11. 11. Safety • More safer but proper care should be taken. • They are fire resistance structures. Quick erection and dismantling • Suitable for temporary constructions. • 1 km² area can be brought down in 6 hours and can be establish in less than 10 hours. 11
  12. 12. Good Natural Light • If envelope is made up of transparent material good natural light entre into the structure. • Around 50% – 80% of sunlight can be obtained. Theft • They are very safe structures. • If the air bag is cut with a knife or a pin a big bang is produced. 12
  13. 13. System Components Envelope • They can be made up of different materials. • Cannot be used as one continuous material. • Material are seamed together by sealing, heat bonding or mechanical jointing. 13
  14. 14. • The design of the envelope depends on an evenly pressurized environment. Cable System • They act as the supporting system. • They experience tension force due to the upward force of the air. • Can be placed in one or two directions to create a network and for better stability. • They do not fail since they are pulled tight enough to absorb the external loads. 14
  15. 15. Pumping Equipment • It is used to supply and maintain internal pressure inside the structure. • Fans, blowers or compressors are used for constant supply of air. • The amount of air required depends on the weight of the material and the wind pressure. 15
  16. 16. Entrance Doors •Doors can be ordinary doors or airlocks. •Airlock minimize the chances of having an unevenly pressurized environment. Foundation •Pneumatic structures are secured to ground using heavy weights, ground anchors or attached to a foundation. •Weight of the material and the wind loads are used to determine the most appropriate anchoring system. 16
  17. 17. • For bigger structures reinforcing cables or nets are used. • For a dependent pneumatic structure (roof only air supported structure) the envelope is anchored to the main structure. • When anchoring is done to soil, the cable is attached to the anchor directly inserted and frictional forces of the soil to hold it down. • Soil anchoring systems include screw, disk, expanding duckbill and arrowhead anchors. 17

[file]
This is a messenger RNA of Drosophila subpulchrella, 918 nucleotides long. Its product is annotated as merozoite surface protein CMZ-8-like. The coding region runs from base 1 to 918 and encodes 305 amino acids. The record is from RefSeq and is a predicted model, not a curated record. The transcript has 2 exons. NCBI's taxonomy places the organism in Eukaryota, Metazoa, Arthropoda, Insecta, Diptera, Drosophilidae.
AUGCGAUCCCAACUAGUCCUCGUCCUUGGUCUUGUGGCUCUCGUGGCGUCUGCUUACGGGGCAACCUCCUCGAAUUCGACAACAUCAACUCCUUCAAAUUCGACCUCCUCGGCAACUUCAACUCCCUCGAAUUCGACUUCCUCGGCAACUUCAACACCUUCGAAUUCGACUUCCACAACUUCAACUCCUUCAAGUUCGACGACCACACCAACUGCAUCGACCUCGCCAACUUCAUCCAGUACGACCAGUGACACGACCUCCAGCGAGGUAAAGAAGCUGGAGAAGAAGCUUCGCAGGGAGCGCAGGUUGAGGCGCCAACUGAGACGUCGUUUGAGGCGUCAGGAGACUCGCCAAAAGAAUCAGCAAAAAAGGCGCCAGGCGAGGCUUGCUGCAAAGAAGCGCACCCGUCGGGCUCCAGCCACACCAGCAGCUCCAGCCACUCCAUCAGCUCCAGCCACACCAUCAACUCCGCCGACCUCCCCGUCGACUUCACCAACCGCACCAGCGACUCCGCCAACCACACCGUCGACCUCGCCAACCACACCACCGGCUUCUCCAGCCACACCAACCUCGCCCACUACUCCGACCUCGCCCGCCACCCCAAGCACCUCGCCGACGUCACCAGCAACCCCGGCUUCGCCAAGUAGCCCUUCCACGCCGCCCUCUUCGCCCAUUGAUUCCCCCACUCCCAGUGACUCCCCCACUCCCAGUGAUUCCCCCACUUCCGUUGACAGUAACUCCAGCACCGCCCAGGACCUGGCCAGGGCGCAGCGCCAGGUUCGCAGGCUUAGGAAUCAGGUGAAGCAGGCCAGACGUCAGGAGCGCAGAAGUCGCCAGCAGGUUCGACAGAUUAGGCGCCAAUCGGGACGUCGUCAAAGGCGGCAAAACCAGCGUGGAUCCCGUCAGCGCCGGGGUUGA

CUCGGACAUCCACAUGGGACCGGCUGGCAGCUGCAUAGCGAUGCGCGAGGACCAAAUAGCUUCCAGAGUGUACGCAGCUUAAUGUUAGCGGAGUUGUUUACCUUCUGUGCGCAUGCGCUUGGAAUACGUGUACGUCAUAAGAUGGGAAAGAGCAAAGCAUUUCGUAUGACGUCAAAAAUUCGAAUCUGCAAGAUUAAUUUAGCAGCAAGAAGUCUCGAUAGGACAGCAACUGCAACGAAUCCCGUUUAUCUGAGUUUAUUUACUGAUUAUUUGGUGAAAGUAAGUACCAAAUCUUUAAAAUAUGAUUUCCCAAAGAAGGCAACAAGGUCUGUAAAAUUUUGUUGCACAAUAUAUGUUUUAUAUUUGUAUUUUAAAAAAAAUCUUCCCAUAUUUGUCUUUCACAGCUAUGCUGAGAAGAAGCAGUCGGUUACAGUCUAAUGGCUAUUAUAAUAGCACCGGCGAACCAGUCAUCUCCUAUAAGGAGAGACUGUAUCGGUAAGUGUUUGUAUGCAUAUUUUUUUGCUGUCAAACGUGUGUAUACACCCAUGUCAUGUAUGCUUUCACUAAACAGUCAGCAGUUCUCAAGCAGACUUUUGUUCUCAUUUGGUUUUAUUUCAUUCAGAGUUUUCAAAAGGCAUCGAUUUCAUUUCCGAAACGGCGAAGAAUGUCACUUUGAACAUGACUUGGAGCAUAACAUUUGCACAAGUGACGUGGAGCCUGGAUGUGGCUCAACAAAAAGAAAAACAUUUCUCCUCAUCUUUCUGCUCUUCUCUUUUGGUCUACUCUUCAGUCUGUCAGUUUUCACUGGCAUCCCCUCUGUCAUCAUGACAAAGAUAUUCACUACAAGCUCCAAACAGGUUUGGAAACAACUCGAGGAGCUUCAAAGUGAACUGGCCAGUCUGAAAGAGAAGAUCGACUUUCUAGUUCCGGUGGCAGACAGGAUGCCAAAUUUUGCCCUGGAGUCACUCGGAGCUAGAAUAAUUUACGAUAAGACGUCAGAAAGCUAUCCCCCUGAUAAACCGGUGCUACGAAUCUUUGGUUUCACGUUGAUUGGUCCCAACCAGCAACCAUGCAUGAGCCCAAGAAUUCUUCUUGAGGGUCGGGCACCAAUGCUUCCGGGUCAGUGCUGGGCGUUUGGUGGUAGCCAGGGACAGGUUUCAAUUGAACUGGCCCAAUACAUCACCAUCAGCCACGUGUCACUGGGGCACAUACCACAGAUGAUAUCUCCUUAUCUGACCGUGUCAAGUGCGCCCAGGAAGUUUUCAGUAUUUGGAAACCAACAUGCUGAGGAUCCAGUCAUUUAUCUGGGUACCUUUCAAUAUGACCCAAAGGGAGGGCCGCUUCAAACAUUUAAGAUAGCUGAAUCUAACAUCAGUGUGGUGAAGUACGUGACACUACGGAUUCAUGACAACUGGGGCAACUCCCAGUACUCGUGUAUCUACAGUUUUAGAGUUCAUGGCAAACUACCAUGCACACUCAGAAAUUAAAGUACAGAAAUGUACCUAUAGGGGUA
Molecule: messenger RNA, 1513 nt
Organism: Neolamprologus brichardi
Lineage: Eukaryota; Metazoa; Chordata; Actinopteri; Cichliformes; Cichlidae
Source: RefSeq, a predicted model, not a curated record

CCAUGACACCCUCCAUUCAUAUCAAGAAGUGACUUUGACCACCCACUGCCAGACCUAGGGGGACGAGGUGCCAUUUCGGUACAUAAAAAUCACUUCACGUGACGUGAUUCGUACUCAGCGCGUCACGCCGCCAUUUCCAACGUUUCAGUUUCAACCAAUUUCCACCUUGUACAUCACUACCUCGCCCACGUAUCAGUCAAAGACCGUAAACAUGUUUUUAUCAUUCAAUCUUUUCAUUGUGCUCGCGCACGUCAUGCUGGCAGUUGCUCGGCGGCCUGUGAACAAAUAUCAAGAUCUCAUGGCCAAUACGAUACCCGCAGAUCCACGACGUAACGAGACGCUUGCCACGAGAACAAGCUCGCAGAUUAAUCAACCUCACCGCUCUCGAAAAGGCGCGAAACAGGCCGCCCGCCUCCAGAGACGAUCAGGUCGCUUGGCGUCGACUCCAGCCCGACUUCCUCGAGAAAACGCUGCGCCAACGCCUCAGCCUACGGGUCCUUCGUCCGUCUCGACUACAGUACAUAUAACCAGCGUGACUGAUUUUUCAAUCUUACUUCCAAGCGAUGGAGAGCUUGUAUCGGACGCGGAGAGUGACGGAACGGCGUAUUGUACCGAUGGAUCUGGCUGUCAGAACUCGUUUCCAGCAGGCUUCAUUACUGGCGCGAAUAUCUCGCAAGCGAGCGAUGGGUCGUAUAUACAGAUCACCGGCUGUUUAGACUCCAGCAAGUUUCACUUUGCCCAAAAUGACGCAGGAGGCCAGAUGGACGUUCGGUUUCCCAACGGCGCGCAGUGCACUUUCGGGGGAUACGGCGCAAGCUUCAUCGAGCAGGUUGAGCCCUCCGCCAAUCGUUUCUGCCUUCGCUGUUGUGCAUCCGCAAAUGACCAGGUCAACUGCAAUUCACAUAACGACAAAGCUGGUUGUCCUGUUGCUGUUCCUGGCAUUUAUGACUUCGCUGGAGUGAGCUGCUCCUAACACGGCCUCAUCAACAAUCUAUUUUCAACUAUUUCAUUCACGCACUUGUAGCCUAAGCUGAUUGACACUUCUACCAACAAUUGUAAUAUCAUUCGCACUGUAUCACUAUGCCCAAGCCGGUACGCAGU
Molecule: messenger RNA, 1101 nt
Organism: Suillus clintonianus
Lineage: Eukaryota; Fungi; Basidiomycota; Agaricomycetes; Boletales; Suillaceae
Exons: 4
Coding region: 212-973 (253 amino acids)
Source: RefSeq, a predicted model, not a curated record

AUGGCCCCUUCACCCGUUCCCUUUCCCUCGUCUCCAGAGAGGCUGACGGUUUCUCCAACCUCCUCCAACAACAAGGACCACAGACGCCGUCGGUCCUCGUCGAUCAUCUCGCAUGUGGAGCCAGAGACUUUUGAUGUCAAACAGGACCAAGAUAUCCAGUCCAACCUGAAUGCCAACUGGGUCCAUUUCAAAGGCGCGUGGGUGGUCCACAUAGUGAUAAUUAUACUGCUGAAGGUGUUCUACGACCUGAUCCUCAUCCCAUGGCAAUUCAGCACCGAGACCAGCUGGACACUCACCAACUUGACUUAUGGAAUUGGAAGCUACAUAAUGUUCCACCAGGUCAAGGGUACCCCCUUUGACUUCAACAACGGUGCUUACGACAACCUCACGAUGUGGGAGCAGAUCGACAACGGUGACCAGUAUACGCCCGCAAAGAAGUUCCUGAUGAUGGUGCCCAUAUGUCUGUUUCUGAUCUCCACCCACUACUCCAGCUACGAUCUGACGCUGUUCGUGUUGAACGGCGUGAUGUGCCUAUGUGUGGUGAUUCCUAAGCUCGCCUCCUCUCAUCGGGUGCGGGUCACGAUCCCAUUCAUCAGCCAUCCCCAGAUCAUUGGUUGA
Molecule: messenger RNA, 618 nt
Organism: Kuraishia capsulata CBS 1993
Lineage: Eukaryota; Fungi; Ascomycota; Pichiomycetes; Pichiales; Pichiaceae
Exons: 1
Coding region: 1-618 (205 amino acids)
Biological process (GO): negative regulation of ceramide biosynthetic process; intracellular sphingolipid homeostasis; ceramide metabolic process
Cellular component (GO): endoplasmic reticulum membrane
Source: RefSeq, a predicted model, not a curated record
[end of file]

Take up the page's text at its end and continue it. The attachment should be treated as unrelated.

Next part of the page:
18. 18. Loading • Wind and Snow loads are the primary loads that are acting on pneumatic structures. • They are anchored very tight to the ground, so no horizontal forces are exerted to the envelope. • As pneumatic structures are tensile, the envelope has the ability to gain stiffness in order to withstand the loads acting on them. 18
  19. 19. • Wind loads produce a lateral force on the structures and snow load causes downward forces on envelope. • Pneumatic structures are designed to withstand wind load of 120 mph and a snow load of 40 pounds/yard. 19 Air Supported Structure
  20. 20. Air Inflated Structure 20
  21. 21. Analysis • The analysis can be carried out either mathematically, numerically or experimentally. • In simple forms forces are resolved normal to the plane of the membrane. • This leads to a formula relating the membrane tensions to the principle radii of curvature for a given internal pressure: 21
  22. 22. • N ,N₁ ₂ membrane tensions • r ,₁ r₂ the principle radii of curvature • P internal pressure RESPONSE OF HEMISPHERICAL STRUCTURE TO WIND • Apart from rain & snow accumulations, the causes of failure are inadequate anchorage and the instability due to high wind speeds. • The first part of this study, an aeroelastic model of a large-span, hemispherical, air-supported roof was designed and tested. 22
  23. 23. • Objective is to examine the roof response and the internal pressure fluctuations caused by wind loading. • In second part of study, procedure is based on the measurements of the external pressures using a rigid model. Construction of Aeroelastic Model • Model was made using plexiglas mold to required shape under pressure and elevated temperature. • To make adjustments inside the model, a circular access door was made in the chamber wall. 23